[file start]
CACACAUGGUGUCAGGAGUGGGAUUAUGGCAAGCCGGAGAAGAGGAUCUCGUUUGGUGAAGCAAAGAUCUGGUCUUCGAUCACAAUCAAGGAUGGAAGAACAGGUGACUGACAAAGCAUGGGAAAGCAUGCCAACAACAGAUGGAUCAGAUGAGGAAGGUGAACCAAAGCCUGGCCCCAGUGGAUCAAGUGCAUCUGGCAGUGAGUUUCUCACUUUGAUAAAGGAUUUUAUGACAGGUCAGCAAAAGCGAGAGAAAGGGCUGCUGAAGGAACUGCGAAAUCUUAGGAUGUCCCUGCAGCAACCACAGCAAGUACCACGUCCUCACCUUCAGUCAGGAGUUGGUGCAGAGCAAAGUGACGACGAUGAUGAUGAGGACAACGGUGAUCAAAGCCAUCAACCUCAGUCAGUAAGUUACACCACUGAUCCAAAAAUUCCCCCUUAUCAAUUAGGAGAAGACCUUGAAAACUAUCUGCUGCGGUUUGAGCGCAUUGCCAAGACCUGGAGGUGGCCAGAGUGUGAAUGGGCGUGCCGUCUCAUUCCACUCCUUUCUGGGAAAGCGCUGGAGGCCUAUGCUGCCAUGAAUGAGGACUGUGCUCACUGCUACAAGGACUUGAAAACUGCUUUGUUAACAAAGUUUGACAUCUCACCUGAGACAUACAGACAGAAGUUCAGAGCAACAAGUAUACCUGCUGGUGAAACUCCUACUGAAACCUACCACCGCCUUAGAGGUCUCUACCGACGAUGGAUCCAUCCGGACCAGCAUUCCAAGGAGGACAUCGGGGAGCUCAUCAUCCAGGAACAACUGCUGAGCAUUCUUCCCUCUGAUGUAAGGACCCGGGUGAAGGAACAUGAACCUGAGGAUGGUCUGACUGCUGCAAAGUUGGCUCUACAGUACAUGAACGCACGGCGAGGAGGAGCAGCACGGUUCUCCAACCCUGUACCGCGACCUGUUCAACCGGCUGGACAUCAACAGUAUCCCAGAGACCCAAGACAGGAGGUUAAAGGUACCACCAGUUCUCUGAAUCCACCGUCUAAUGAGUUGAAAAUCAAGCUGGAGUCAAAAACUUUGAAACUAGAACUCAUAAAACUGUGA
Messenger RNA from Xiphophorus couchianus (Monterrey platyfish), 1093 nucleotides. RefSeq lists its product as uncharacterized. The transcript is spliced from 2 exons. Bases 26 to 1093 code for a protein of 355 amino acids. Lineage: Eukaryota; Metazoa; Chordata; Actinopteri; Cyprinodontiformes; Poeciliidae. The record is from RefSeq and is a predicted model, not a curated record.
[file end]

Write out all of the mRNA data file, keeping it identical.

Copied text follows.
CACACAUGGUGUCAGGAGUGGGAUUAUGGCAAGCCGGAGAAGAGGAUCUCGUUUGGUGAAGCAAAGAUCUGGUCUUCGAUCACAAUCAAGGAUGGAAGAACAGGUGACUGACAAAGCAUGGGAAAGCAUGCCAACAACAGAUGGAUCAGAUGAGGAAGGUGAACCAAAGCCUGGCCCCAGUGGAUCAAGUGCAUCUGGCAGUGAGUUUCUCACUUUGAUAAAGGAUUUUAUGACAGGUCAGCAAAAGCGAGAGAAAGGGCUGCUGAAGGAACUGCGAAAUCUUAGGAUGUCCCUGCAGCAACCACAGCAAGUACCACGUCCUCACCUUCAGUCAGGAGUUGGUGCAGAGCAAAGUGACGACGAUGAUGAUGAGGACAACGGUGAUCAAAGCCAUCAACCUCAGUCAGUAAGUUACACCACUGAUCCAAAAAUUCCCCCUUAUCAAUUAGGAGAAGACCUUGAAAACUAUCUGCUGCGGUUUGAGCGCAUUGCCAAGACCUGGAGGUGGCCAGAGUGUGAAUGGGCGUGCCGUCUCAUUCCACUCCUUUCUGGGAAAGCGCUGGAGGCCUAUGCUGCCAUGAAUGAGGACUGUGCUCACUGCUACAAGGACUUGAAAACUGCUUUGUUAACAAAGUUUGACAUCUCACCUGAGACAUACAGACAGAAGUUCAGAGCAACAAGUAUACCUGCUGGUGAAACUCCUACUGAAACCUACCACCGCCUUAGAGGUCUCUACCGACGAUGGAUCCAUCCGGACCAGCAUUCCAAGGAGGACAUCGGGGAGCUCAUCAUCCAGGAACAACUGCUGAGCAUUCUUCCCUCUGAUGUAAGGACCCGGGUGAAGGAACAUGAACCUGAGGAUGGUCUGACUGCUGCAAAGUUGGCUCUACAGUACAUGAACGCACGGCGAGGAGGAGCAGCACGGUUCUCCAACCCUGUACCGCGACCUGUUCAACCGGCUGGACAUCAACAGUAUCCCAGAGACCCAAGACAGGAGGUUAAAGGUACCACCAGUUCUCUGAAUCCACCGUCUAAUGAGUUGAAAAUCAAGCUGGAGUCAAAAACUUUGAAACUAGAACUCAUAAAACUGUGA
Messenger RNA from Xiphophorus couchianus (Monterrey platyfish), 1093 nucleotides. RefSeq lists its product as uncharacterized. The transcript is spliced from 2 exons. Bases 26 to 1093 code for a protein of 355 amino acids. Lineage: Eukaryota; Metazoa; Chordata; Actinopteri; Cyprinodontiformes; Poeciliidae. The record is from RefSeq and is a predicted model, not a curated record.